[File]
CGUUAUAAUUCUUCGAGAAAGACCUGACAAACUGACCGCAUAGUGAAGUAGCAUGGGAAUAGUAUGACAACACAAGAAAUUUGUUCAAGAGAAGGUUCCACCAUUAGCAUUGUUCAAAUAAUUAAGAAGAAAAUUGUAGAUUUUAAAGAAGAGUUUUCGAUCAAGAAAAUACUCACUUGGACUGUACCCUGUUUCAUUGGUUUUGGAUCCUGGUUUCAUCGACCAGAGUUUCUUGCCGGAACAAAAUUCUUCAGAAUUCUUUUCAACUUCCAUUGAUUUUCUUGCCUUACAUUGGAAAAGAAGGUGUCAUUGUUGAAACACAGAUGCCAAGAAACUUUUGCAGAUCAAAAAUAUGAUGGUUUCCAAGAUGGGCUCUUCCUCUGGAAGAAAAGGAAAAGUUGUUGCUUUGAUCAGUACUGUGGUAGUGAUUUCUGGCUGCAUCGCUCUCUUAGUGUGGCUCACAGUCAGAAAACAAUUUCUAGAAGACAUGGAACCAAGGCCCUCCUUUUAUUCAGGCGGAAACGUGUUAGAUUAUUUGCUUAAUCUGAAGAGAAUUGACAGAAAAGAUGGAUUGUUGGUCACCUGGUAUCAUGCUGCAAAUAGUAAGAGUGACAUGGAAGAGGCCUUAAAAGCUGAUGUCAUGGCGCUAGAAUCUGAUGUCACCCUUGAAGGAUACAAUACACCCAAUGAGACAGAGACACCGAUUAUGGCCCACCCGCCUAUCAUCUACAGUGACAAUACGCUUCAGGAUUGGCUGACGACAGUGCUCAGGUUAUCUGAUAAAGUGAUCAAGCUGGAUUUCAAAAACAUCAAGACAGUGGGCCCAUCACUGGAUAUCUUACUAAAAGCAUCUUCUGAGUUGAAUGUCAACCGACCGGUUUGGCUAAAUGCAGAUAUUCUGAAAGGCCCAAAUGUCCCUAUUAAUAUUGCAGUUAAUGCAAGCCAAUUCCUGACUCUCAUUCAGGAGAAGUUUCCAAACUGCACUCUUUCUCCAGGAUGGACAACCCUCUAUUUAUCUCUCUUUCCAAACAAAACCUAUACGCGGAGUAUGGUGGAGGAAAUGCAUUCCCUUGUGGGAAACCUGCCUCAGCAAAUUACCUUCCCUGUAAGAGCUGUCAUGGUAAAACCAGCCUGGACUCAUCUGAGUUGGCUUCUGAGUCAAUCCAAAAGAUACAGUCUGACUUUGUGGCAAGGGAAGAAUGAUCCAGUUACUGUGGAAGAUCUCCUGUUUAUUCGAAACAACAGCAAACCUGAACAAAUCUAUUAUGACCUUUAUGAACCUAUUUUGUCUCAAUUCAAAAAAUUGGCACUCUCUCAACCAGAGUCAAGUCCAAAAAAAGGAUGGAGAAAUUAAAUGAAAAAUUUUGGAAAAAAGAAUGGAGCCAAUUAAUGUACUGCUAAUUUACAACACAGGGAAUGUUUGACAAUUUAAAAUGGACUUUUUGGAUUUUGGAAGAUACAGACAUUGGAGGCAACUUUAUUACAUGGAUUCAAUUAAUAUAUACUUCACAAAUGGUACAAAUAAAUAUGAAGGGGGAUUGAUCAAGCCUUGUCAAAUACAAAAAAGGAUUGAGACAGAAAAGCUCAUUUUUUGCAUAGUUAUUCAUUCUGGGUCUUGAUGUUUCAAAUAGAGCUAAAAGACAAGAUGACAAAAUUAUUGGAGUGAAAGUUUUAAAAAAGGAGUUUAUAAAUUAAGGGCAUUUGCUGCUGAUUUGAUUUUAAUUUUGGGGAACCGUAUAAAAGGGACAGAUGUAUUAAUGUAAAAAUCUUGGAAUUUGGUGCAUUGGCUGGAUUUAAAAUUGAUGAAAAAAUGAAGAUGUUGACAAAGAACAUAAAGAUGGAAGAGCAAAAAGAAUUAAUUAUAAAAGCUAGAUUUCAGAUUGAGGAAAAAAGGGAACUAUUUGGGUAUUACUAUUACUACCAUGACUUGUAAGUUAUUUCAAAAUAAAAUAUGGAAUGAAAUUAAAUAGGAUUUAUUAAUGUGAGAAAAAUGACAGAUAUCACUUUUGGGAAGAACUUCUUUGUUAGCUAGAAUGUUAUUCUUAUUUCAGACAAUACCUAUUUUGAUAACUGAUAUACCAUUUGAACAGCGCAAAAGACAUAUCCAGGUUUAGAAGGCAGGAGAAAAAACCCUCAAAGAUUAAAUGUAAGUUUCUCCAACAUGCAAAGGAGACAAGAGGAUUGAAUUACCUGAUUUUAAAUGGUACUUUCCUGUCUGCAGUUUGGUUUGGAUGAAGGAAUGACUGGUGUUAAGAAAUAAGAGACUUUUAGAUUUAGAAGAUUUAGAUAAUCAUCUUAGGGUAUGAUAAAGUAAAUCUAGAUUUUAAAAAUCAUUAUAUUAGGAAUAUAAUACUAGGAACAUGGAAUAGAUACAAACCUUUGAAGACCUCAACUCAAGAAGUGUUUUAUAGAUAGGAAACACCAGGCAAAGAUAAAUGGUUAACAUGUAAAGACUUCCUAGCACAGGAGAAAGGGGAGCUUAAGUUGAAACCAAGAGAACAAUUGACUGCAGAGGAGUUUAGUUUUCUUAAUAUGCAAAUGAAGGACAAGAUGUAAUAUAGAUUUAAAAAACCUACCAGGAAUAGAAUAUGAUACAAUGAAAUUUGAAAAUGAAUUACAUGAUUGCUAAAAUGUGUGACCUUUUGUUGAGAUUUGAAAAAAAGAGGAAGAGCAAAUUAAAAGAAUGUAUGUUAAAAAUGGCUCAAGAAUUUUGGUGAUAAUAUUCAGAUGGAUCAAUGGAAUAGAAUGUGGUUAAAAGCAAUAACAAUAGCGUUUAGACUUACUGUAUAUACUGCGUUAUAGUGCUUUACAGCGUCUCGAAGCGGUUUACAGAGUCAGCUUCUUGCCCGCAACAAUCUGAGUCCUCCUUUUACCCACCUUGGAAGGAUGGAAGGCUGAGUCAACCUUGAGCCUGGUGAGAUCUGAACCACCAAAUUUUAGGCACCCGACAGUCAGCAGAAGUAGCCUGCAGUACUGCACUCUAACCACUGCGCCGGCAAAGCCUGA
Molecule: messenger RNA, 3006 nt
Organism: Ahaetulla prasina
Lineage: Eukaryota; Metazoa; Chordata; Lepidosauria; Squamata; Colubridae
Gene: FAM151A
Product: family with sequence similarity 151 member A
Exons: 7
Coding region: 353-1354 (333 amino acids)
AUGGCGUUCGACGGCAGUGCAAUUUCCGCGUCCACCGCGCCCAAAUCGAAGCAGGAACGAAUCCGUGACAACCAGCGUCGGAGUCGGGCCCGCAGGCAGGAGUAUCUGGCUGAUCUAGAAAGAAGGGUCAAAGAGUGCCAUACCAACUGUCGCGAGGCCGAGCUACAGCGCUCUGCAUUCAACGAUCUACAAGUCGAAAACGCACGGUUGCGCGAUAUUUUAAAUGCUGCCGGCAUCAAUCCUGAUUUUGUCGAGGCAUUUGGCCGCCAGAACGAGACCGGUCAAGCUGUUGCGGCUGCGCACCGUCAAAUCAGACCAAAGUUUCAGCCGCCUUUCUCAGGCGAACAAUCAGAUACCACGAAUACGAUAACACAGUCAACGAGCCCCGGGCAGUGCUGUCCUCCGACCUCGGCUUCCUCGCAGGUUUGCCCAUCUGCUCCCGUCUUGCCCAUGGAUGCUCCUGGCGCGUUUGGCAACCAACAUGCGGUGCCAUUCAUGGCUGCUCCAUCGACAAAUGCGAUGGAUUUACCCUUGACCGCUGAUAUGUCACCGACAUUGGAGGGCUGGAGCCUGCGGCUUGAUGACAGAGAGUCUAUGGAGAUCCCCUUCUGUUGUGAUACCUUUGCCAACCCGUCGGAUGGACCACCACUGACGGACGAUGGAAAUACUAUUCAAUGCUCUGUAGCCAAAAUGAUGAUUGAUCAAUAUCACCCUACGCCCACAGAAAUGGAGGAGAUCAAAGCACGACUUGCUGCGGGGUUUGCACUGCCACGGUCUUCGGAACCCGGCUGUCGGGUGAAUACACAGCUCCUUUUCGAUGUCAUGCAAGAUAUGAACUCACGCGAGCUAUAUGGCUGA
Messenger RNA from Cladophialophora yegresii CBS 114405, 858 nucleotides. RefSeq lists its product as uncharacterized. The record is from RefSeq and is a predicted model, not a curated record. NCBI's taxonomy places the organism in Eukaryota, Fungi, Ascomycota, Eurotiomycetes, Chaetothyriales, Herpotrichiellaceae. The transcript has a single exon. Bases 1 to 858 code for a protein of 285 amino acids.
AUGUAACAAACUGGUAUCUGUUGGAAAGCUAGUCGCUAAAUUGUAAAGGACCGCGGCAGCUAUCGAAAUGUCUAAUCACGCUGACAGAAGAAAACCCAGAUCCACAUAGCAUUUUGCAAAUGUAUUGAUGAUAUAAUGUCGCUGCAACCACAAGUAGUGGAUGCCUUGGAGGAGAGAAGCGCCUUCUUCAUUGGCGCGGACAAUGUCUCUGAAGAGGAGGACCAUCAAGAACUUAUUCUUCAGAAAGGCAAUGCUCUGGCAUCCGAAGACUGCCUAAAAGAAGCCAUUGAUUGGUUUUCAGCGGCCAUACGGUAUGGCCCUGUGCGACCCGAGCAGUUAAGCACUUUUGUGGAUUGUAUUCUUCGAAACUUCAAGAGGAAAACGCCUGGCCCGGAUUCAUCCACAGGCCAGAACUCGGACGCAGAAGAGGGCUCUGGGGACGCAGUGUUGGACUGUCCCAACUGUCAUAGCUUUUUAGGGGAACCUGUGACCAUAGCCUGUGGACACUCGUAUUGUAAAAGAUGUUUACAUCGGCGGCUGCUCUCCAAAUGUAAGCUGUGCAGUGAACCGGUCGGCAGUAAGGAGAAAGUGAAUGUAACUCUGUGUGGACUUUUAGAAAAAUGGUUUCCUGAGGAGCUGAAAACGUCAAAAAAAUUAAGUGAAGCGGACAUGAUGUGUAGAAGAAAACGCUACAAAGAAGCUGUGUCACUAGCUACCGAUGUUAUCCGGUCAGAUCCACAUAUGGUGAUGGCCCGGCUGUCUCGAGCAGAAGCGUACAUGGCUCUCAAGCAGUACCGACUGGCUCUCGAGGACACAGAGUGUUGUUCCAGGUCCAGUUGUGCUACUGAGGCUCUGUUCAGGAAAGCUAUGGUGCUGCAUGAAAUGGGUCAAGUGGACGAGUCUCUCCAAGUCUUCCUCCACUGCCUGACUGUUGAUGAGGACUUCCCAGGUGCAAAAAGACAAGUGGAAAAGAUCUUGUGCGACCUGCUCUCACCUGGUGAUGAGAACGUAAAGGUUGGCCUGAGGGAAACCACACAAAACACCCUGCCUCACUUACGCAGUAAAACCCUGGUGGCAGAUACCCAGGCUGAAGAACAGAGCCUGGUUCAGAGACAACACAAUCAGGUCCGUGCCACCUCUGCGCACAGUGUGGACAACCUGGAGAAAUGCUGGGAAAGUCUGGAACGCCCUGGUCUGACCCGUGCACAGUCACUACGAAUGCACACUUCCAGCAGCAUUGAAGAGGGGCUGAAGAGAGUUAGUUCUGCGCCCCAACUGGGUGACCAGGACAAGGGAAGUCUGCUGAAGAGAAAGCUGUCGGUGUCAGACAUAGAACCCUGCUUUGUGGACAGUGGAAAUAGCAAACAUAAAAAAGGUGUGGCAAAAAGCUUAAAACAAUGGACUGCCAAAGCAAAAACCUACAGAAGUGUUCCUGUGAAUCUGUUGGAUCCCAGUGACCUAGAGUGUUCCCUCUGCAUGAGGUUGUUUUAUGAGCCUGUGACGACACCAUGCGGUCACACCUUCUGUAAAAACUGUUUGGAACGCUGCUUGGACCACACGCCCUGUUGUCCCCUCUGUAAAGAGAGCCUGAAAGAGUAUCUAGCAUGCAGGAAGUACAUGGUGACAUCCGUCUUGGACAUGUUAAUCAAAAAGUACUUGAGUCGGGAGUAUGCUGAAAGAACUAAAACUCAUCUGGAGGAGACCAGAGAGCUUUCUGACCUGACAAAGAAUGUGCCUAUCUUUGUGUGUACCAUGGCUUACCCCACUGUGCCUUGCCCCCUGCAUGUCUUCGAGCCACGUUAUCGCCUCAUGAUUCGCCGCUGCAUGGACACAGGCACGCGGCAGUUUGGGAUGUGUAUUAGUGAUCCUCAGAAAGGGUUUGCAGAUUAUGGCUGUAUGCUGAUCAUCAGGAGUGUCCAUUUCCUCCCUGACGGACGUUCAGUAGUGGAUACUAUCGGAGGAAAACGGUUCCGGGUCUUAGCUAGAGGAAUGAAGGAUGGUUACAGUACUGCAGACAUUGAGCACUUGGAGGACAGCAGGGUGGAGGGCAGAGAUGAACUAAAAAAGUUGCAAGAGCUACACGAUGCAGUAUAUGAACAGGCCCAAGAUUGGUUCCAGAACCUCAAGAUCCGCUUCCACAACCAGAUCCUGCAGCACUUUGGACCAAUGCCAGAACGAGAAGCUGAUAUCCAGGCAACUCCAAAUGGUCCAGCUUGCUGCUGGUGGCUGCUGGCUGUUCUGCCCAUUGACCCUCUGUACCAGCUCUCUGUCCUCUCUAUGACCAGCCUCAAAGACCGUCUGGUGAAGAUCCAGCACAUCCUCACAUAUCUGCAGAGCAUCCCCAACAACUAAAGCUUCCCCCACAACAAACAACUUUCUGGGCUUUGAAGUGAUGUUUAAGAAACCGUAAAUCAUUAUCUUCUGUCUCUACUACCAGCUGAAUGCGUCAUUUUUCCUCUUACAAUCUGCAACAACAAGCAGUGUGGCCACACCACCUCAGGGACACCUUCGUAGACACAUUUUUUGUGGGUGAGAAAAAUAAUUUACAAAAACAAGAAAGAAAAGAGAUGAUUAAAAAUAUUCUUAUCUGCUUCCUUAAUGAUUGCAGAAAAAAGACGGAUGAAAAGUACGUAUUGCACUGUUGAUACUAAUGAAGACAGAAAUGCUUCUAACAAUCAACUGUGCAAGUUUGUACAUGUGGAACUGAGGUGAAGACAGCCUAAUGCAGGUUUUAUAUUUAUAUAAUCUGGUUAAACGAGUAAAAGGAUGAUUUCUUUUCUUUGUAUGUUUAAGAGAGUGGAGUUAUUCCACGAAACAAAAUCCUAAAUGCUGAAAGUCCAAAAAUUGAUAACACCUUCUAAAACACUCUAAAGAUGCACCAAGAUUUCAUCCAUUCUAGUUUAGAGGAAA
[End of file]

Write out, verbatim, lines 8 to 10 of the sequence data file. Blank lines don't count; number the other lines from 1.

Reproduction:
Coding region: 353-1354 (333 amino acids)
AUGGCGUUCGACGGCAGUGCAAUUUCCGCGUCCACCGCGCCCAAAUCGAAGCAGGAACGAAUCCGUGACAACCAGCGUCGGAGUCGGGCCCGCAGGCAGGAGUAUCUGGCUGAUCUAGAAAGAAGGGUCAAAGAGUGCCAUACCAACUGUCGCGAGGCCGAGCUACAGCGCUCUGCAUUCAACGAUCUACAAGUCGAAAACGCACGGUUGCGCGAUAUUUUAAAUGCUGCCGGCAUCAAUCCUGAUUUUGUCGAGGCAUUUGGCCGCCAGAACGAGACCGGUCAAGCUGUUGCGGCUGCGCACCGUCAAAUCAGACCAAAGUUUCAGCCGCCUUUCUCAGGCGAACAAUCAGAUACCACGAAUACGAUAACACAGUCAACGAGCCCCGGGCAGUGCUGUCCUCCGACCUCGGCUUCCUCGCAGGUUUGCCCAUCUGCUCCCGUCUUGCCCAUGGAUGCUCCUGGCGCGUUUGGCAACCAACAUGCGGUGCCAUUCAUGGCUGCUCCAUCGACAAAUGCGAUGGAUUUACCCUUGACCGCUGAUAUGUCACCGACAUUGGAGGGCUGGAGCCUGCGGCUUGAUGACAGAGAGUCUAUGGAGAUCCCCUUCUGUUGUGAUACCUUUGCCAACCCGUCGGAUGGACCACCACUGACGGACGAUGGAAAUACUAUUCAAUGCUCUGUAGCCAAAAUGAUGAUUGAUCAAUAUCACCCUACGCCCACAGAAAUGGAGGAGAUCAAAGCACGACUUGCUGCGGGGUUUGCACUGCCACGGUCUUCGGAACCCGGCUGUCGGGUGAAUACACAGCUCCUUUUCGAUGUCAUGCAAGAUAUGAACUCACGCGAGCUAUAUGGCUGA
Messenger RNA from Cladophialophora yegresii CBS 114405, 858 nucleotides. RefSeq lists its product as uncharacterized. The record is from RefSeq and is a predicted model, not a curated record. NCBI's taxonomy places the organism in Eukaryota, Fungi, Ascomycota, Eurotiomycetes, Chaetothyriales, Herpotrichiellaceae. The transcript has a single exon. Bases 1 to 858 code for a protein of 285 amino acids.